MY FIRST appearance on the long-running Paul Daniels Magic Show was all the more memorable for the prank Paul played on me during rehearsals for the infamous ‘sawing-a-woman-in-half’ illusion.
After tying me up with ropes, he put me in a wooden crate and closed the lid, then announced to the camera crew and production staff: ‘OK everyone, let’s take a 15-minute break for coffee.’
Of course, he was joking. It was the first of many hundreds of illusions I performed on the show, which ran from 1979 to 1994.
The demands of a prime-time programme that drew up to 12 million viewers every Saturday night meant we were always under pressure to find new material, including spectacular variations on ‘sawing me in half’.
Over the years I was sliced, diced, cremated, crushed and decapitated — and the fact that this was at the hands of the man who later became my husband seemed only to add to the audience appeal.
The question Paul was most often asked by male fans was: ‘Can you saw my wife in half?’ I wonder what they would have said if he’d replied ‘Yes!’
The enduring popularity of the trick is something its creator could hardly have anticipated when he first performed it at the Finsbury Park Empire in North London, exactly 100 years ago next Sunday.
The Magic Circle is marking the centenary with an evening of online events to be streamed on Facebook — and as its first female honorary vice-president, I’m proud to be contributing my memories of the trick.
It was the brainchild of a British magician who was born Percy Thomas Tibbles but wisely tinkered with the letters of his surname to create the stage name of P. T. Selbit.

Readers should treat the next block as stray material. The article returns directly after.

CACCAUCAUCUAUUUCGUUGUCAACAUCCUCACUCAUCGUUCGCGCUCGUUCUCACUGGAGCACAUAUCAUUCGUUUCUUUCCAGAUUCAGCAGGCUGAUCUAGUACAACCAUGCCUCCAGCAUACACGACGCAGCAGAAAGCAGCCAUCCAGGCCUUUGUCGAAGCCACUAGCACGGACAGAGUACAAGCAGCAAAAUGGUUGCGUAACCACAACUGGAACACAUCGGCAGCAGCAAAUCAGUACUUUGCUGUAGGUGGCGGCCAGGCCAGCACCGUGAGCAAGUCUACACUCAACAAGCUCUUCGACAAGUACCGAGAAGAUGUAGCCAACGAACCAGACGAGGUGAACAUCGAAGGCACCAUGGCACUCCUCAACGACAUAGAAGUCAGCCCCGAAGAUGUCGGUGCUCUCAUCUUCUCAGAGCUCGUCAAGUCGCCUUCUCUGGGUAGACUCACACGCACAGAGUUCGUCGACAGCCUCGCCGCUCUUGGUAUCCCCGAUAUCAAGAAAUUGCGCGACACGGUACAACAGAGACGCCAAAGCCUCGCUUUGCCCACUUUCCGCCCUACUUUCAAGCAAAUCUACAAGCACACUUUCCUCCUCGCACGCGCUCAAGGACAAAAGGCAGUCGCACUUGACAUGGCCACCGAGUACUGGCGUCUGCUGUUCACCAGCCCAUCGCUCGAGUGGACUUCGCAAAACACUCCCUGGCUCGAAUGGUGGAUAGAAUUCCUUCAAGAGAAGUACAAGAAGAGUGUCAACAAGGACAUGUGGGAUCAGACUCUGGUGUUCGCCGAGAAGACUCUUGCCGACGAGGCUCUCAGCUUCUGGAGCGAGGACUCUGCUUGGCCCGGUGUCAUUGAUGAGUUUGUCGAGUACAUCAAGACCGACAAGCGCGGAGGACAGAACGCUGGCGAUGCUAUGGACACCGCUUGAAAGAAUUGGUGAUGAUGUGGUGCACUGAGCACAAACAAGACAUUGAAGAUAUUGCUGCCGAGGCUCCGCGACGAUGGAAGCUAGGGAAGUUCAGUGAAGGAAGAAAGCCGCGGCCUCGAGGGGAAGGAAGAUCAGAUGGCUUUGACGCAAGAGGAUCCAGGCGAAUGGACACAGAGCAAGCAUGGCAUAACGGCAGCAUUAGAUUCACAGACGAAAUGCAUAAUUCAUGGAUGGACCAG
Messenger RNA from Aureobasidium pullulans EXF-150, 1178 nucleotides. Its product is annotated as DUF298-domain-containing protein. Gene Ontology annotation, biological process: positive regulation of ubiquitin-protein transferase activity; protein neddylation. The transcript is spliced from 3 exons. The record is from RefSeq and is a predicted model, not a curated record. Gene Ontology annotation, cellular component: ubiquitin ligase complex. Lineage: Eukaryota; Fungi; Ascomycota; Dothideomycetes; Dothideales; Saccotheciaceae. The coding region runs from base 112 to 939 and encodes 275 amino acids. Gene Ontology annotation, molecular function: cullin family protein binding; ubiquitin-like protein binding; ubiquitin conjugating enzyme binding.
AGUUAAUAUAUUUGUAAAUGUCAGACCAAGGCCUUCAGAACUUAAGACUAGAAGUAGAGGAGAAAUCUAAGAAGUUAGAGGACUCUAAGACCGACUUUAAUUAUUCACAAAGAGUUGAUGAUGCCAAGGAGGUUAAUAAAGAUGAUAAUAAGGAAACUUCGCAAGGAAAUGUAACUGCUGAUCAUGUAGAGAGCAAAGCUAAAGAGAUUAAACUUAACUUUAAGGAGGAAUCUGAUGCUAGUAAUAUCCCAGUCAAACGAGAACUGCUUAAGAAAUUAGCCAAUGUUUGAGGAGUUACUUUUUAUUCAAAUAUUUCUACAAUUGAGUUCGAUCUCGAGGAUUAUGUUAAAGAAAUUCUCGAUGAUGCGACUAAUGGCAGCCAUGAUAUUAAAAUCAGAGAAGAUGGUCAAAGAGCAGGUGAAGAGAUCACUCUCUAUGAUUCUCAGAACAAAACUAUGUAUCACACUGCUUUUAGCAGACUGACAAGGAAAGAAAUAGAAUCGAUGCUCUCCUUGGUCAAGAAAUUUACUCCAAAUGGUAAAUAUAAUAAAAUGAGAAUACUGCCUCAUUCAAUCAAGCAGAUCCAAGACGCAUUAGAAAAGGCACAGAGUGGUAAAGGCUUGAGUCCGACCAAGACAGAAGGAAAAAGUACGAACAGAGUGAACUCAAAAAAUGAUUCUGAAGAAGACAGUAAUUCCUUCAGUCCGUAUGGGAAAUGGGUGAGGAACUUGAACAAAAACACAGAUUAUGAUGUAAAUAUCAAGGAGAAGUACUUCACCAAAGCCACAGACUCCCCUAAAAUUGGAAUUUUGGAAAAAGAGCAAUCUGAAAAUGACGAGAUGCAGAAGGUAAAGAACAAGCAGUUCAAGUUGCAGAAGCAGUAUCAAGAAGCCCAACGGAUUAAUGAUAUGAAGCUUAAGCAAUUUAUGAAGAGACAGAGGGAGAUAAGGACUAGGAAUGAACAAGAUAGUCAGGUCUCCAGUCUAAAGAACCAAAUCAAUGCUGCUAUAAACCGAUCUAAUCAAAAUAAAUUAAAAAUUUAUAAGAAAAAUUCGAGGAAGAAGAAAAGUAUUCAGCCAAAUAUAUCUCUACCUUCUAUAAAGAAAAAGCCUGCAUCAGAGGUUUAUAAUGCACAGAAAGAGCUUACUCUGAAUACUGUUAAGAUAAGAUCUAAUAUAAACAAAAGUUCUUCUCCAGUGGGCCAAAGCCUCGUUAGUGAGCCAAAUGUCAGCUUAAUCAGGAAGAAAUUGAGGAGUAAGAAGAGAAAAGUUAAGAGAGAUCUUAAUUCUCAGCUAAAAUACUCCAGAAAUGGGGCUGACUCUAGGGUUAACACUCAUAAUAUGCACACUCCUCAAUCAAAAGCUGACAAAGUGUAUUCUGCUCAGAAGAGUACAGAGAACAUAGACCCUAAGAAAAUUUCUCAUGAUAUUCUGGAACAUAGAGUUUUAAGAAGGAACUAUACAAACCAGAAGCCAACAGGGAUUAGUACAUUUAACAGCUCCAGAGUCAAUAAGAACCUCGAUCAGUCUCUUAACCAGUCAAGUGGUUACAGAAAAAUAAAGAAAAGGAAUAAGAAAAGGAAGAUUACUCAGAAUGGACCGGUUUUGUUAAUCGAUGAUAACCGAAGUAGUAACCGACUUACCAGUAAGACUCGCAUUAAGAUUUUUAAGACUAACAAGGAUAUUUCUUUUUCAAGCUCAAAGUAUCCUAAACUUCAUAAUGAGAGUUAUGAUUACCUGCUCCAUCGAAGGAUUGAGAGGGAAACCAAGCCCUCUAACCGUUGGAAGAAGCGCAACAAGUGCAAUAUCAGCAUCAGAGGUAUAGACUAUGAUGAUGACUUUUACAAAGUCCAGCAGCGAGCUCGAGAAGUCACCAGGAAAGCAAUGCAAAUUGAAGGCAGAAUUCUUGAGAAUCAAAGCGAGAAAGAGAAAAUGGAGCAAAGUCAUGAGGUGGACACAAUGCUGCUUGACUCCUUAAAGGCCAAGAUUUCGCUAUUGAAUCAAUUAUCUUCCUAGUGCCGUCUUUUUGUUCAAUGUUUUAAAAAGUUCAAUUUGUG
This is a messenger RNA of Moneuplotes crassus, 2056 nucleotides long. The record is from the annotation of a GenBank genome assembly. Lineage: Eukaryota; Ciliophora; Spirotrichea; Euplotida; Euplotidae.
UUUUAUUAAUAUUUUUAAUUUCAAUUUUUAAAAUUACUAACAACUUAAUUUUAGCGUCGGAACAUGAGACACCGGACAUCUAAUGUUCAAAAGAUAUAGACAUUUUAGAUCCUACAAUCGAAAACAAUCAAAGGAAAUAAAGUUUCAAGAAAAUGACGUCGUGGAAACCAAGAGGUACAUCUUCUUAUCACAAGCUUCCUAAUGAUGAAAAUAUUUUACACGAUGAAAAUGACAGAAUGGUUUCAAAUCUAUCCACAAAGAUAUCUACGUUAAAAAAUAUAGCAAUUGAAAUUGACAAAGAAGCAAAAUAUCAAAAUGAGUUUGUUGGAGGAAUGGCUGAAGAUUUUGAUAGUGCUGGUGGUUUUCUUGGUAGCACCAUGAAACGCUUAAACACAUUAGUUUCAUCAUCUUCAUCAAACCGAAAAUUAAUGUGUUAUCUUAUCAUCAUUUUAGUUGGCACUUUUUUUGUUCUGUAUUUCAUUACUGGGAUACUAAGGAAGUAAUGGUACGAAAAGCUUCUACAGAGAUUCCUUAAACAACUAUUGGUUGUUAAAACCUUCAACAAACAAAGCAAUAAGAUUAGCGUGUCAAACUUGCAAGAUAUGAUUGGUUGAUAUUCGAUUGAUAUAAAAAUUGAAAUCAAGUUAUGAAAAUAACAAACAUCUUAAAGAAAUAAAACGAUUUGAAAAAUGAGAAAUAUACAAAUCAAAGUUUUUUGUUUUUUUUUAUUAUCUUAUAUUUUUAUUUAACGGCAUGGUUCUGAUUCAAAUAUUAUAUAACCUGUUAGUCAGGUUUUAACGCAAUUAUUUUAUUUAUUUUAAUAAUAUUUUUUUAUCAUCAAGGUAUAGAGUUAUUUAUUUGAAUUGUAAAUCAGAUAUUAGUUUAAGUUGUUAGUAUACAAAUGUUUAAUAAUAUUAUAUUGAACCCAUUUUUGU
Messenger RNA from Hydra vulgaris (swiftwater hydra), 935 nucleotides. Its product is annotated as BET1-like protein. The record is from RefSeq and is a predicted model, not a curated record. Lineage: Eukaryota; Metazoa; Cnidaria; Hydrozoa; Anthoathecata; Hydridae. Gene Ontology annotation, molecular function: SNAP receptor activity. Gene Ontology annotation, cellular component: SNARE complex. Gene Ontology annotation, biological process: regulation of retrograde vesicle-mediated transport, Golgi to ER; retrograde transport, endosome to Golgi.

He was one of my husband’s heroes and they had much in common, both being entrepreneurial types who were always thinking ahead of the game.
What Selbit realised was that audiences were tiring of the gentler styles of magic popular before World War I. Something more sensational was required — and in an era when silent movies featured pretty young heroines being tied to railway lines and rescued at the last minute, there was money to be made from damsels in distress.
If Selbit had had his way, one of those damsels would have been Christabel Pankhurst, whose mother Emmeline was leader of the women’s suffrage movement.
According to Noel Britten, president of The Magic Circle, Selbit may have realised that those opposed to female suffrage might delight in seeing one of its champions selected as a ‘victim’.
‘For every person who thought it was great that women were getting the vote, there were others who thought it great that a woman was being put in a box and sawn in half,’ he told me.
Perhaps wisely, Ms Pankhurst turned down the chance to become Selbit’s guinea pig and her place was taken instead by his principal assistant, Betty Barker.
That a woman should take part at all was possible only because of a change in female fashion.
During the Victorian era, women’s voluminous clothes meant it would have been impossible for them to fit inside the box — but Betty Barker and others like her paved the way for the glamorous magicians’ assistants of the future.
I have a lot of sympathy for what Betty must have gone through in those early performances because, decades later, we recreated the trick for Paul’s TV show Secrets, exactly as Selbit performed it.
Unlike later versions of the trick in which the assistant’s head and feet are seen poking out of the box, Betty was entirely inside it.